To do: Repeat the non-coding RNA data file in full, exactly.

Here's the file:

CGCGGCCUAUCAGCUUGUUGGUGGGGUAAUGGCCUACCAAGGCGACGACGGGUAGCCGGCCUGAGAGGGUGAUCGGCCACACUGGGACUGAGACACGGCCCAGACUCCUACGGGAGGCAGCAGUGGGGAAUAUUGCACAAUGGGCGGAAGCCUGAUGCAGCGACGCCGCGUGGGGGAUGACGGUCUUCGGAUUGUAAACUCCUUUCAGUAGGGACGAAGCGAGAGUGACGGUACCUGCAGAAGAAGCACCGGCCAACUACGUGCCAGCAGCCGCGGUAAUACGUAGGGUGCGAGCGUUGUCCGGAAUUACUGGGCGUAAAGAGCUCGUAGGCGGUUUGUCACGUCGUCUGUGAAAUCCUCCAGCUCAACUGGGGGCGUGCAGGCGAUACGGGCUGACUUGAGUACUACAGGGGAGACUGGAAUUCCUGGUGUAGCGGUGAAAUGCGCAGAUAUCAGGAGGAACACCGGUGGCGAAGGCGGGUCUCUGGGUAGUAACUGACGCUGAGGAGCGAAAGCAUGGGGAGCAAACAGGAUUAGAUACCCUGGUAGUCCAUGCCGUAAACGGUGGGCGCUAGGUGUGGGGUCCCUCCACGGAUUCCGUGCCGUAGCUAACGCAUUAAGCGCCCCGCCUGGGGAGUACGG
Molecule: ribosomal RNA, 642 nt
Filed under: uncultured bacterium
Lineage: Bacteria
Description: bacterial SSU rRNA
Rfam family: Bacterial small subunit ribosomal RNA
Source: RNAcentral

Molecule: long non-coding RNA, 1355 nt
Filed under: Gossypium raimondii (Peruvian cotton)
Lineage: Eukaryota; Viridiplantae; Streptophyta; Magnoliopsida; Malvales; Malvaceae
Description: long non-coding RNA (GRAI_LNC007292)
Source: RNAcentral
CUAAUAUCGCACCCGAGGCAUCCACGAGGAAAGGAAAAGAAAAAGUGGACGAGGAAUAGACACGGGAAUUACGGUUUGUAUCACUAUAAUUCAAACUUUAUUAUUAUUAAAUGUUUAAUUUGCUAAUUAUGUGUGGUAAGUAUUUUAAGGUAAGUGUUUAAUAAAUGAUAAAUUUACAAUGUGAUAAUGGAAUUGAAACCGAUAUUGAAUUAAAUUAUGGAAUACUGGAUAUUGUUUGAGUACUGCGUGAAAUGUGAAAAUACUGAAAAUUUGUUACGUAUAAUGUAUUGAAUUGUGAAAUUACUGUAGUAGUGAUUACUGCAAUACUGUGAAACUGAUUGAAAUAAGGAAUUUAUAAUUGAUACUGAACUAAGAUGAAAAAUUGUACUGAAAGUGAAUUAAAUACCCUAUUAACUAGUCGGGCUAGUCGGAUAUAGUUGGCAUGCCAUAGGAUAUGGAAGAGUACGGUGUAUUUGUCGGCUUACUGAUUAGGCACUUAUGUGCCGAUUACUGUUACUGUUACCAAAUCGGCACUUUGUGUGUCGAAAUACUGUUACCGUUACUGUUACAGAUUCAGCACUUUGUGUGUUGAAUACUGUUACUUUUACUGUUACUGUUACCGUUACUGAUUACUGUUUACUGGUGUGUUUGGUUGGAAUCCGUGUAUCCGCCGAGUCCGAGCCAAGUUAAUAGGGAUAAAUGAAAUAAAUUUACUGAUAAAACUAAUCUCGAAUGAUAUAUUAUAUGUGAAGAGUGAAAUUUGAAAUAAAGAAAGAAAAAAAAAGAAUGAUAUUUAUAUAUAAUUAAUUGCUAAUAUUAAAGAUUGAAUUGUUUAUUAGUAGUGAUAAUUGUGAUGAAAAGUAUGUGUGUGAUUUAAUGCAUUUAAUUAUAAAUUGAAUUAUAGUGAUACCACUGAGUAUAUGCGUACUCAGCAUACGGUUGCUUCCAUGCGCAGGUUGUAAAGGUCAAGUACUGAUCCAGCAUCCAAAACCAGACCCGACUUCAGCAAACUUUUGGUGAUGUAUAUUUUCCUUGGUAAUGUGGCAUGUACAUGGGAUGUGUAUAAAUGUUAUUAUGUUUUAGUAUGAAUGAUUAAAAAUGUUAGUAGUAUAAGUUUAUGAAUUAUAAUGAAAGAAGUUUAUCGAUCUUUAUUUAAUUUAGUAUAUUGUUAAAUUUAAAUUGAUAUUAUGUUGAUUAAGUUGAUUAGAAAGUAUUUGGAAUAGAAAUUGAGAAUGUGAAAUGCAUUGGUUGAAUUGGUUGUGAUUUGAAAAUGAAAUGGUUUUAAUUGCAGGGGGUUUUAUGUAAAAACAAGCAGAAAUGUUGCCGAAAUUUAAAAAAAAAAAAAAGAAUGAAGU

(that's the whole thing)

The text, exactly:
CGCGGCCUAUCAGCUUGUUGGUGGGGUAAUGGCCUACCAAGGCGACGACGGGUAGCCGGCCUGAGAGGGUGAUCGGCCACACUGGGACUGAGACACGGCCCAGACUCCUACGGGAGGCAGCAGUGGGGAAUAUUGCACAAUGGGCGGAAGCCUGAUGCAGCGACGCCGCGUGGGGGAUGACGGUCUUCGGAUUGUAAACUCCUUUCAGUAGGGACGAAGCGAGAGUGACGGUACCUGCAGAAGAAGCACCGGCCAACUACGUGCCAGCAGCCGCGGUAAUACGUAGGGUGCGAGCGUUGUCCGGAAUUACUGGGCGUAAAGAGCUCGUAGGCGGUUUGUCACGUCGUCUGUGAAAUCCUCCAGCUCAACUGGGGGCGUGCAGGCGAUACGGGCUGACUUGAGUACUACAGGGGAGACUGGAAUUCCUGGUGUAGCGGUGAAAUGCGCAGAUAUCAGGAGGAACACCGGUGGCGAAGGCGGGUCUCUGGGUAGUAACUGACGCUGAGGAGCGAAAGCAUGGGGAGCAAACAGGAUUAGAUACCCUGGUAGUCCAUGCCGUAAACGGUGGGCGCUAGGUGUGGGGUCCCUCCACGGAUUCCGUGCCGUAGCUAACGCAUUAAGCGCCCCGCCUGGGGAGUACGG
Molecule: ribosomal RNA, 642 nt
Filed under: uncultured bacterium
Lineage: Bacteria
Description: bacterial SSU rRNA
Rfam family: Bacterial small subunit ribosomal RNA
Source: RNAcentral

Molecule: long non-coding RNA, 1355 nt
Filed under: Gossypium raimondii (Peruvian cotton)
Lineage: Eukaryota; Viridiplantae; Streptophyta; Magnoliopsida; Malvales; Malvaceae
Description: long non-coding RNA (GRAI_LNC007292)
Source: RNAcentral
CUAAUAUCGCACCCGAGGCAUCCACGAGGAAAGGAAAAGAAAAAGUGGACGAGGAAUAGACACGGGAAUUACGGUUUGUAUCACUAUAAUUCAAACUUUAUUAUUAUUAAAUGUUUAAUUUGCUAAUUAUGUGUGGUAAGUAUUUUAAGGUAAGUGUUUAAUAAAUGAUAAAUUUACAAUGUGAUAAUGGAAUUGAAACCGAUAUUGAAUUAAAUUAUGGAAUACUGGAUAUUGUUUGAGUACUGCGUGAAAUGUGAAAAUACUGAAAAUUUGUUACGUAUAAUGUAUUGAAUUGUGAAAUUACUGUAGUAGUGAUUACUGCAAUACUGUGAAACUGAUUGAAAUAAGGAAUUUAUAAUUGAUACUGAACUAAGAUGAAAAAUUGUACUGAAAGUGAAUUAAAUACCCUAUUAACUAGUCGGGCUAGUCGGAUAUAGUUGGCAUGCCAUAGGAUAUGGAAGAGUACGGUGUAUUUGUCGGCUUACUGAUUAGGCACUUAUGUGCCGAUUACUGUUACUGUUACCAAAUCGGCACUUUGUGUGUCGAAAUACUGUUACCGUUACUGUUACAGAUUCAGCACUUUGUGUGUUGAAUACUGUUACUUUUACUGUUACUGUUACCGUUACUGAUUACUGUUUACUGGUGUGUUUGGUUGGAAUCCGUGUAUCCGCCGAGUCCGAGCCAAGUUAAUAGGGAUAAAUGAAAUAAAUUUACUGAUAAAACUAAUCUCGAAUGAUAUAUUAUAUGUGAAGAGUGAAAUUUGAAAUAAAGAAAGAAAAAAAAAGAAUGAUAUUUAUAUAUAAUUAAUUGCUAAUAUUAAAGAUUGAAUUGUUUAUUAGUAGUGAUAAUUGUGAUGAAAAGUAUGUGUGUGAUUUAAUGCAUUUAAUUAUAAAUUGAAUUAUAGUGAUACCACUGAGUAUAUGCGUACUCAGCAUACGGUUGCUUCCAUGCGCAGGUUGUAAAGGUCAAGUACUGAUCCAGCAUCCAAAACCAGACCCGACUUCAGCAAACUUUUGGUGAUGUAUAUUUUCCUUGGUAAUGUGGCAUGUACAUGGGAUGUGUAUAAAUGUUAUUAUGUUUUAGUAUGAAUGAUUAAAAAUGUUAGUAGUAUAAGUUUAUGAAUUAUAAUGAAAGAAGUUUAUCGAUCUUUAUUUAAUUUAGUAUAUUGUUAAAUUUAAAUUGAUAUUAUGUUGAUUAAGUUGAUUAGAAAGUAUUUGGAAUAGAAAUUGAGAAUGUGAAAUGCAUUGGUUGAAUUGGUUGUGAUUUGAAAAUGAAAUGGUUUUAAUUGCAGGGGGUUUUAUGUAAAAACAAGCAGAAAUGUUGCCGAAAUUUAAAAAAAAAAAAAAGAAUGAAGU